Posts filed under Pen Reviews

Pentel i+ 3 Color Multi Pen Review

The Pentel i+ 3 Color Multi Pen is the latest entry into the customizable multi pen category. It’s not Pentel’s first foray though, as their Sliccies model hit the market back in 2009. It was met with mixed reviews, as was the Sliccies 2+1. I wasn’t a fan of either but the i+ 3 has finally put Pentel on the right track.

The barrel design is what I like to call “standard operating procedure” for Japanese multi pens. Plastic barrel, clear, threaded section, plunger-style refill deployment - all the basics other companies have covered as well. It is good looking and inexpensive too. Everything you need to start building your multi pen.

Building it out is where Pentel wants to seperate itself by giving fans of their inks - specifically the EnerGel and Vicuna - the opportunity to use them in a multi pen. The EnerGel is available in black, blue, and red in 0.5 mm, and the Vicuna in the same colors and tip sizes. There are also 0.3 mm and 0.5 mm pencil components.

I went with the black and red EnerGel and the blue Vicuna refill. The EnerGel refills are excellent writers and I especially like the needle tip style as opposed to the conical tip. The gel inks are some of the smoothest and darkest on the market. But the Vicuna - that is the big winner here. I was already a fan of the 0.7 mm refills and the 0.5 mm may be even better. It is easily as good as the Jetstream and Acroball.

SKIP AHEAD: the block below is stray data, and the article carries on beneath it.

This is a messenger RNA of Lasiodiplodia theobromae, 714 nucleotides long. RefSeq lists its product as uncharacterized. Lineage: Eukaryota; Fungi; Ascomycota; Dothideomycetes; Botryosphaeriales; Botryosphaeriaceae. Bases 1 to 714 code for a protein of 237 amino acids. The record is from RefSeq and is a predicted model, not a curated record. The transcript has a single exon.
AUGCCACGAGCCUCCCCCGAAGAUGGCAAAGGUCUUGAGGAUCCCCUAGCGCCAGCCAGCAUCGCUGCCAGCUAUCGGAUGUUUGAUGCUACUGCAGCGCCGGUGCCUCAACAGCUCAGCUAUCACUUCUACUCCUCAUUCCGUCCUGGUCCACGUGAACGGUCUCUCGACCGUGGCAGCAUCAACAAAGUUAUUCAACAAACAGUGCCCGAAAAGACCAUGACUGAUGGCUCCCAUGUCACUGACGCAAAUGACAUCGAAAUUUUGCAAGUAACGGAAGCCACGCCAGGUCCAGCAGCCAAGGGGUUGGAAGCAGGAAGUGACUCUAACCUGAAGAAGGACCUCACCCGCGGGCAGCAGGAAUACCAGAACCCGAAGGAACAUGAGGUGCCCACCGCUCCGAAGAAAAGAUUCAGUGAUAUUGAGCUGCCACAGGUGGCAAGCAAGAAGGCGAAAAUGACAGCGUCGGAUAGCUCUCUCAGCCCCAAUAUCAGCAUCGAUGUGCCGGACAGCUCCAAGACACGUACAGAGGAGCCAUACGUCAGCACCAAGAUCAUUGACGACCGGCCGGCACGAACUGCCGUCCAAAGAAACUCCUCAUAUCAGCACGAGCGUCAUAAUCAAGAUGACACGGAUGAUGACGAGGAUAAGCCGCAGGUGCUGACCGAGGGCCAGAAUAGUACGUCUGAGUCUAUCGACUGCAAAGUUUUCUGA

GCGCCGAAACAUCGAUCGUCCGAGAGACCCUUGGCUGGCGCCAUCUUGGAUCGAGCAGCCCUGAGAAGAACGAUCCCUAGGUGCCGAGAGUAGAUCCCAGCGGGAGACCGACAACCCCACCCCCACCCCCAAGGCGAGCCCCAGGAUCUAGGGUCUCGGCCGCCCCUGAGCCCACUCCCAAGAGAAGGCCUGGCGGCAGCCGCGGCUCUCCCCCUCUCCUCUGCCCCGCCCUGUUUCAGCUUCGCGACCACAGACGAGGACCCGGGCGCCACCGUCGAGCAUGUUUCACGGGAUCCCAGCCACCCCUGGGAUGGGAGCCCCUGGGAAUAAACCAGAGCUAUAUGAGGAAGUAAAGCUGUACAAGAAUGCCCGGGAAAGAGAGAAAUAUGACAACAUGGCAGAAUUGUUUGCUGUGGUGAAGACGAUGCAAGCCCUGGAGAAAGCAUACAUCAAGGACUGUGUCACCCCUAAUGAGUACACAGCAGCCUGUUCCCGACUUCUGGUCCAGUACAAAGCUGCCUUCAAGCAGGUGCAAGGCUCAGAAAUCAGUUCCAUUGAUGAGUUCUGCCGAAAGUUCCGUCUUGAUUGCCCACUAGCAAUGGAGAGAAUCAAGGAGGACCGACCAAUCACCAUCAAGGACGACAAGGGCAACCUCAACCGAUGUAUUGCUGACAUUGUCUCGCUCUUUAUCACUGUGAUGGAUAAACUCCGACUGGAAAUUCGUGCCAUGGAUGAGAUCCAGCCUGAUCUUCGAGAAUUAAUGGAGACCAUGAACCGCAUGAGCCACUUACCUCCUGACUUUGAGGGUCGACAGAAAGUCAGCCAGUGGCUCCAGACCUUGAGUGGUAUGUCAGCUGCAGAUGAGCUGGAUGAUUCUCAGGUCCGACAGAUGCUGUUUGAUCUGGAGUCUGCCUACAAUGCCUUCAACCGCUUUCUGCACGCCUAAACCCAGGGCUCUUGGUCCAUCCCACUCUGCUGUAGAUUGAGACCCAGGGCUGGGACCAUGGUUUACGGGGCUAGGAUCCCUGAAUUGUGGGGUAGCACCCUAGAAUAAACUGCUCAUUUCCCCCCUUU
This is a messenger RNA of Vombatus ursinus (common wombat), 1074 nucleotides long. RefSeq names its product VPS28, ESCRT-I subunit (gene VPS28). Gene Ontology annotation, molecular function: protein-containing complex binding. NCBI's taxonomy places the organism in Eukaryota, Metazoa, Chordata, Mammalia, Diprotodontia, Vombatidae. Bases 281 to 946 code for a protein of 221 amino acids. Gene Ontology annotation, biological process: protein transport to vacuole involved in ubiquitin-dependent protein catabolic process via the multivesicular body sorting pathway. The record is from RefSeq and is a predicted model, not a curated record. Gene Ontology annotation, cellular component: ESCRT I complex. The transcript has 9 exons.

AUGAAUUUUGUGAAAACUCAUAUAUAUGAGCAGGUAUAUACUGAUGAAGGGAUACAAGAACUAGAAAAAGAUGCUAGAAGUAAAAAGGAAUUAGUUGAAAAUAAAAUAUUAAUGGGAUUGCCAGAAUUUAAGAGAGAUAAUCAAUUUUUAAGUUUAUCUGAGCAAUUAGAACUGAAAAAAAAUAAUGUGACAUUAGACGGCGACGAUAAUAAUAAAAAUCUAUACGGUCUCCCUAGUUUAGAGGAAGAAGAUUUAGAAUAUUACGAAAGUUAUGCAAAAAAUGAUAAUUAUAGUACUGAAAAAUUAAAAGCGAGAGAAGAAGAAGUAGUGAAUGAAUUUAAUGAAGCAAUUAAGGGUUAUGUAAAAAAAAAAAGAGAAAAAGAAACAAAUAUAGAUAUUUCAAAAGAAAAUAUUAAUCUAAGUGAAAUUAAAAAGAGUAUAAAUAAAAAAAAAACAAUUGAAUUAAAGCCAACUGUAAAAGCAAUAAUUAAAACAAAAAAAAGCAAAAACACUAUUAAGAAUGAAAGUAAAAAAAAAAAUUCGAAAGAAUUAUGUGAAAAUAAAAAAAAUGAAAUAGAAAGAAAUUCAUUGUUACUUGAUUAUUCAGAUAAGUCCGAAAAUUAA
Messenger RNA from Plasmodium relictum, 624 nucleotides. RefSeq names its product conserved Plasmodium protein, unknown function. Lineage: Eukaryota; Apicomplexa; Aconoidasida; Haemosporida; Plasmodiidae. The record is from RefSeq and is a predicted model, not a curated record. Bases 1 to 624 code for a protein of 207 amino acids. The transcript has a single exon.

So where does the i+ 3 fit in the grand scheme of Japanese multi pens? Pilot and Uni-ball still take the top spot for me, but Pentel’s fans should be pleased. This gives them a valid option to use some of the best refills on the market. If Pentel can find a way to broaden the EnerGel refill lineup with more colors and sizes they will be able to easily compete with the big boys.

(JetPens is an advertiser on The Pen Addict and I received this product at no charge.)

Posted on October 24, 2014 and filed under Multi Pen, Pen Reviews, Pentel.

Kaweco AL Sport Stonewashed Roller Ball Pen Review

Finding the perfect pocket pen is a challenge. Most of us only carry one. Should it be a ballpoint that will write in almost any situation? A fountain pen that will give you the writing experience you crave? Or a rollerball that is a bit of a mix between the two?

I’ve carried a fountain pen for the most part for the past couple of years, either the Kaweco AL Sport or, more recently, the Kaweco Liliput Brass Wave with a custom nib grind. Now that the AL Sport Roller Ball comes in the awesome Stonewashed finish I wanted to see if it could break into what has been a fountain pen only rotation. Short version: It can, and it has.

If it wasn’t already obvious, Kaweco not only makes great pens, but many of their models are perfect for every day carry. The AL Sport Stonewashed Roller has the same great build quality as its counterparts. The aluminum barrel has a solid feel, threads nicely, and can take a beating on the go and not skip a beat when it is time to write or draw. Just what I want in a pocket pen.